On day eight I continued west on Highway 1 into Saskatchewan and stopped in Regina. I didn’t stay for more than one night, but I had enough time to go into town, find a cool park along Wascana Lake, and watch the third Batman movie at an I-max theatre. The movie was good and, like Winnipeg, I thought Regina felt like it would be a pretty cool place to live.
The next day was the longest drive of the trip so far, from Regina to Calgary. It was only about an hour longer than some of the other drives but it felt longer probably because it was through the flat prairies. I thought the prairies were cool to see and beautiful in their own way, but it’s true that they’re boring to drive through.
As I walked around Calgary on day ten, I noticed a difference between it and other Canadian cities I’d been to: it’s growing. There were lots of construction projects around and apartments going up. And though this would seem to be a good thing for the city, I didn’t get the welcoming vibe from Calgary as I did from Winnipeg and Regina. It seems to be changing too much to be comfortable.
The planned next step of my trip was to go north to Edmonton and after that to visit the Rockies. But then my Edmonton friends – Eugene, Dawn, and Manny Perry, friends from when we lived in Hagersville – told me that they were camping in near Lake Louise that weekend and had space on their campsite for me. So I continued west and saw the mountains earlier than I had expected to – which I had no problem with. Camping with the Perrys was super. It was great to see them again, remember the good ol’ days, and renew our friendships. We saw Lake Louise of course, drove to Radium and relaxed in the hot springs there, walked around Banff, and had some good evening campfire conversations. As it was when I remember our family visits to Jasper when we were younger, being in the mountains is always a Godly experience.
On Monday, day 13, I drove to my aunt Geraldine and cousin Kimberson’s place near Edson, Alberta, between Jasper and Edmonton. So I said goodbye to Manny who took his truck and their camper and drove the faster way to Edmonton, through Calgary. And Eugene, Dawn and I took the slow way, going up the Icefield Parkway. Along the way we stopped at Bow Lake, Peyto Lake, the Columbia Glacier, and the Athabaska Waterfall – all incredibly places.
So when I arrived at my Aunt Geraldine’s place I was planning to stay a couple days, visit with my uncle who lives in Edmonton and with my cousins, and then get going again. But then Aunt Geraldine told me it wouldn’t work to see my uncle or cousin Carolina until the weekend, which was ok with them because they wanted me to stay as long as possible anyway. And I thought, ok it’s worth it to me to stay longer so I can see my uncle and cousin, and I don’t really have a time schedule to stick to anyway. So I stayed a whole week! And I’m glad I did. I really got to see how my aunt and cousin live. They live out in the woods, grow a lot of their own vegetables, and raise chickens. I wanted to help out with the work while I was there, but Aunt Geraldine wouldn’t let me do much. She insisted that I shouldn’t be working or paying for anything while I was on vacation. So I ended up playing a lot of video games with Kimberson, which he probably enjoyed a little more than me, but I had fun too. We also played outside with his somewhat crazy neighbour, played card games, went on walks, and even did some work for a church friend of theirs for some pocket money. I got to see my cousins Ben and Jason a couple times, we went to Edmonton to visit my uncle, and then Carolina and her husband visited us on Sunday. It had been a really long time since I had seen all of them, so I’m really glad I got to on this trip. It reminded me of how important your family is even if they live across the country and don’t see them very often.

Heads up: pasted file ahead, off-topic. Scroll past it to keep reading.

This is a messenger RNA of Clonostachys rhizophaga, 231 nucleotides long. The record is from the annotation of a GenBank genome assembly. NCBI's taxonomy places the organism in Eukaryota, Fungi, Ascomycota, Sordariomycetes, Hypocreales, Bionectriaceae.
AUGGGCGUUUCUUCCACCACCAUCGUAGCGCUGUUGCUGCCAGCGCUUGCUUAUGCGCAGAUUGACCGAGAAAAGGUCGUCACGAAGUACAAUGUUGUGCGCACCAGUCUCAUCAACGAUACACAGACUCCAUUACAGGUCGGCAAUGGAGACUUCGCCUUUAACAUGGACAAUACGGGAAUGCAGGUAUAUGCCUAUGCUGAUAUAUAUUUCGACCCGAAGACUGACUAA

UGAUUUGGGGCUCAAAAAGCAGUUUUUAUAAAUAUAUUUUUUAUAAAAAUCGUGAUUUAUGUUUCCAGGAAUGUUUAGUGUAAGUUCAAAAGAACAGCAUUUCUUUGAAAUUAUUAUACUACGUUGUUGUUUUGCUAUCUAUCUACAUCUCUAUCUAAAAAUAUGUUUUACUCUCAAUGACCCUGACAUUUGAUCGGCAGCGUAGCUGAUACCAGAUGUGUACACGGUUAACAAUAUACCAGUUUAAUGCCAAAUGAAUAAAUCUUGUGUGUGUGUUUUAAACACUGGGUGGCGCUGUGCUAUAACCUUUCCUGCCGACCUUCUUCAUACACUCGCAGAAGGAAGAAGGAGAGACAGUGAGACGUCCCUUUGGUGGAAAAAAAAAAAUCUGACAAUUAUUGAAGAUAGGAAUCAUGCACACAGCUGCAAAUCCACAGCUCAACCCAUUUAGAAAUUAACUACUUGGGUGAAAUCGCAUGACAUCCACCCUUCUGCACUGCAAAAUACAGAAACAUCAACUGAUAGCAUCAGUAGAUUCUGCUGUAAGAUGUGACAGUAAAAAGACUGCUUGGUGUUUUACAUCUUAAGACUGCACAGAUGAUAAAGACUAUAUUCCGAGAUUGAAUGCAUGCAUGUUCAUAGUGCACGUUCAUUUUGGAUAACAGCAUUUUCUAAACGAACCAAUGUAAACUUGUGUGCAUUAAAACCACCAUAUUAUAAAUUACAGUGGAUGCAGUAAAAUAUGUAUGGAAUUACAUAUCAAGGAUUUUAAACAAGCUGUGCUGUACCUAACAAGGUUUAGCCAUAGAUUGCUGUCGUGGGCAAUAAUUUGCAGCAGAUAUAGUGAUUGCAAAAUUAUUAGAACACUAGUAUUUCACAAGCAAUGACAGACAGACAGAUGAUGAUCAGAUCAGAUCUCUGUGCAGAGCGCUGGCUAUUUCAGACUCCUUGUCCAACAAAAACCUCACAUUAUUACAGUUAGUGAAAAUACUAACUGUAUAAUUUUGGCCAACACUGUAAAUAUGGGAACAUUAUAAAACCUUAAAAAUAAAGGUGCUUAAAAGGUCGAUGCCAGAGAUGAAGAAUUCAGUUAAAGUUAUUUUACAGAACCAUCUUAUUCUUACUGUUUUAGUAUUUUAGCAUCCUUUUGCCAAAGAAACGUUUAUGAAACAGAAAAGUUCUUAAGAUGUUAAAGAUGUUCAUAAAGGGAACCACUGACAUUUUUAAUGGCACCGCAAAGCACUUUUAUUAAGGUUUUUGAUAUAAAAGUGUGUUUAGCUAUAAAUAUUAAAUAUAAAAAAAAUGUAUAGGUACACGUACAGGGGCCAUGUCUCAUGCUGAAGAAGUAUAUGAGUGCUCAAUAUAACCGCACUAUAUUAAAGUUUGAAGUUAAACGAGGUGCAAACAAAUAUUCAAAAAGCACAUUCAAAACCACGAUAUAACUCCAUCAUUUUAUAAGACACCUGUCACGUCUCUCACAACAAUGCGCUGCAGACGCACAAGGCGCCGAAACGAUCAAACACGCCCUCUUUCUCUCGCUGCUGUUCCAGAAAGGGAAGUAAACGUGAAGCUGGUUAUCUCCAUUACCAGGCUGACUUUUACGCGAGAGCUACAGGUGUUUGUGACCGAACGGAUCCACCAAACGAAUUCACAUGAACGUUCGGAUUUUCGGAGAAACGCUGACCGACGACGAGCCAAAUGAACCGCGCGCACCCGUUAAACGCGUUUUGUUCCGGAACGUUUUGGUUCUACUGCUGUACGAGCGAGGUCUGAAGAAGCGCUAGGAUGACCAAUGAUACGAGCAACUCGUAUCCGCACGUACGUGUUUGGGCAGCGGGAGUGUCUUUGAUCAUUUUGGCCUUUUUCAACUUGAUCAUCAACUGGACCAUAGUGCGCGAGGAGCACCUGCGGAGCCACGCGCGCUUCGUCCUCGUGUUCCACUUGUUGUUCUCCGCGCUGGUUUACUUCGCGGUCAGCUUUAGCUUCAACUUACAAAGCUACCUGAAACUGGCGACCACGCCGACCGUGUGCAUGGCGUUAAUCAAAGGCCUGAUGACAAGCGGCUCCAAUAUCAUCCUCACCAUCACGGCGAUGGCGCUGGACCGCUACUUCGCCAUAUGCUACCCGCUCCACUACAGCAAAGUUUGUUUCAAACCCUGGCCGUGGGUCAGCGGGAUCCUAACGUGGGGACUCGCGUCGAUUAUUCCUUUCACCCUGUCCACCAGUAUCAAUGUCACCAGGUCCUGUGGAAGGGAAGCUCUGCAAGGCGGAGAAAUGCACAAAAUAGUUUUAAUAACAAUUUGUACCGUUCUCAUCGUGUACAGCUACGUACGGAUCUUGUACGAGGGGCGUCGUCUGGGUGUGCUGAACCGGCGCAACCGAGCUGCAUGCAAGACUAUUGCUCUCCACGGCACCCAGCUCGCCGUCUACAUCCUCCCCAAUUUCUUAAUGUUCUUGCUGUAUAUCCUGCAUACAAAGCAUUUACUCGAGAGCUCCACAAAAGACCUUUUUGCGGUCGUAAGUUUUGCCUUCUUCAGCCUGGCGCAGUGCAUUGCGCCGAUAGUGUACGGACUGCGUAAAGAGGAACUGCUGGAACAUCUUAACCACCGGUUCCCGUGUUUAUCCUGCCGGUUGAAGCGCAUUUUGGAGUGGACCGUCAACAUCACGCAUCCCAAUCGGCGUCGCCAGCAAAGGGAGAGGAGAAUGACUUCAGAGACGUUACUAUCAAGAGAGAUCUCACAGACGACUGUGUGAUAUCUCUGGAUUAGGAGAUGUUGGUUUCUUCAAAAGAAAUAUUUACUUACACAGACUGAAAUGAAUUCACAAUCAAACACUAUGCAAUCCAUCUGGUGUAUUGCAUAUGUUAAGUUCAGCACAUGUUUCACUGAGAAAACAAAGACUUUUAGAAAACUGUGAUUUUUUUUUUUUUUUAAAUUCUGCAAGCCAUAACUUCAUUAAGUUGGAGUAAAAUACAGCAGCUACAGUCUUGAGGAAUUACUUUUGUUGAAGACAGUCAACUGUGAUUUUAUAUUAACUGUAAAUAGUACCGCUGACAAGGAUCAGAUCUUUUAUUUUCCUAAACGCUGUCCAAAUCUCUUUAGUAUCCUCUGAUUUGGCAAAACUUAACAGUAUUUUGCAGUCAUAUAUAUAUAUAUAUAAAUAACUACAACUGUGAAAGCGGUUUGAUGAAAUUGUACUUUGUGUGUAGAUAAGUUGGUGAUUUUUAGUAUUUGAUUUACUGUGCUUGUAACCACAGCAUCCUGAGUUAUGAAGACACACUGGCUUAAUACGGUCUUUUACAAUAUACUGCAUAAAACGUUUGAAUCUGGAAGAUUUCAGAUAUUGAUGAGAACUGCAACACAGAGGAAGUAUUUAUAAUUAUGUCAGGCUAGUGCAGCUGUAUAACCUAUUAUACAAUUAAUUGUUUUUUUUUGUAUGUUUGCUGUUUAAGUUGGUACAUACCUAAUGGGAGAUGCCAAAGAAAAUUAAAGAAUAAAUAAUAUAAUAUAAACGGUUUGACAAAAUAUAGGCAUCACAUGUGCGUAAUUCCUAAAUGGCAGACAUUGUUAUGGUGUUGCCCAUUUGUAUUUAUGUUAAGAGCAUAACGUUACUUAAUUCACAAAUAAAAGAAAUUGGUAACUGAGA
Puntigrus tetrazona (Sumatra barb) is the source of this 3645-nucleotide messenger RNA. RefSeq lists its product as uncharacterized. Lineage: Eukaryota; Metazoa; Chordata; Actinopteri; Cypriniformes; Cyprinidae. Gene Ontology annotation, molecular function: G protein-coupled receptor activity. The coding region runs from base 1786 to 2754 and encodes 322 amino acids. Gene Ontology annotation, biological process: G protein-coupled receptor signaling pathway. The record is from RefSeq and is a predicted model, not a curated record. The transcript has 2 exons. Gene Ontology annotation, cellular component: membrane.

Then on Tuesday, day 22, after a late start due to me needing to buy a new battery, I drove back through the mountains, into British Columbia, and arrived in Kamloops after dark. I stayed for just one night and continued on my way to Vancouver the next morning. I had been told earlier on that Kamloops and the area south of it was unique because of its desert-like landscape. I didn’t see this driving in but in the morning I did. It was almost like driving though New Mexico – not many trees or grass but lots of dirt and low bushes.
From Kamloops I took Highway 1 west to Cache Creek, where it then goes south along the Thompson and Fraser Rivers. And, let me tell you, this was the most beautiful road I’ve ever been on. The road hangs on the steep cliffs of the canyon amidst big coniferous trees as it follows the rushing Fraser River down below. I couldn’t help but stop and take pictures every few kilometres. Then the road turned west into the plain and became more of a highway as it approached Vancouver. And that’s where I am now, in Vancouver, on day 25.
Thanks for reading. To see pictures of my trip, visit my facebook page.